The controversial performance-related pay for the teachers

The controversial performance-related pay for the teachers

Yesterday, the inquiry conducted by the Education Committee on the recruitment, training and retention of teachers was released, sparking immediate reactions from all sides. But of all the recommendations, the proposition of performance-related pay for the teachers has attracted particular attention.

To justify its recommendation, the Committee based its arguments on research, conducted by the Centre Market and Public Organisation, which showed that “having an ‘excellent’ teacher compared with a ‘bad’ one can mean an increase of more than one GCSE grade per pupil per subject“. Therefore, the Committee has come to the conclusion that the pay system should support and reward the strongest teachers and “make no excuses (or, worse, incentives to remain) for the weaker teachers”.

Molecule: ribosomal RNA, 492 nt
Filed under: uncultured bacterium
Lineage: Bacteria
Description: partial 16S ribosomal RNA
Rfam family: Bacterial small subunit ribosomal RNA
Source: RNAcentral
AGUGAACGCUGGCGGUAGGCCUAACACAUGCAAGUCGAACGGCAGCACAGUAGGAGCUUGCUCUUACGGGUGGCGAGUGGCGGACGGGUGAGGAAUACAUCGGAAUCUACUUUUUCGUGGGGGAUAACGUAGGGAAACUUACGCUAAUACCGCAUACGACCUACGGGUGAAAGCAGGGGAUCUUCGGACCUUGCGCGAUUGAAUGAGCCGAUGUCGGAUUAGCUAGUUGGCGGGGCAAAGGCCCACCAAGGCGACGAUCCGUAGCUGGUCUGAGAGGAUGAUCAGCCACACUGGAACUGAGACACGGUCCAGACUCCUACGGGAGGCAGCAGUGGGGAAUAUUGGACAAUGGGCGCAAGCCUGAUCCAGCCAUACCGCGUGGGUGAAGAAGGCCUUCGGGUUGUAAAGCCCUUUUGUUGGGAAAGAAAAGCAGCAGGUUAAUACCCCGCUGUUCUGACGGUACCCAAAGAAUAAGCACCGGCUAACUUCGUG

However, Mary Bousted, General Secretary of the Association of Teachers and Lecturers (ATL) has argued that the Committee “did not do its homework properly”. Ms Bousted stated that  “Performance-related pay would be totally inappropriate in schools and colleges because there are a huge range of factors which influence how well pupils do, many of which are totally outside the control of the school or college. All the evidence shows that a pupil’s family background has the biggest single influence on their success at school. And within any school or college it is impossible to work out which teachers, or other staff, have contributed most to a pupil’s progress since this reflects many years of learning”.

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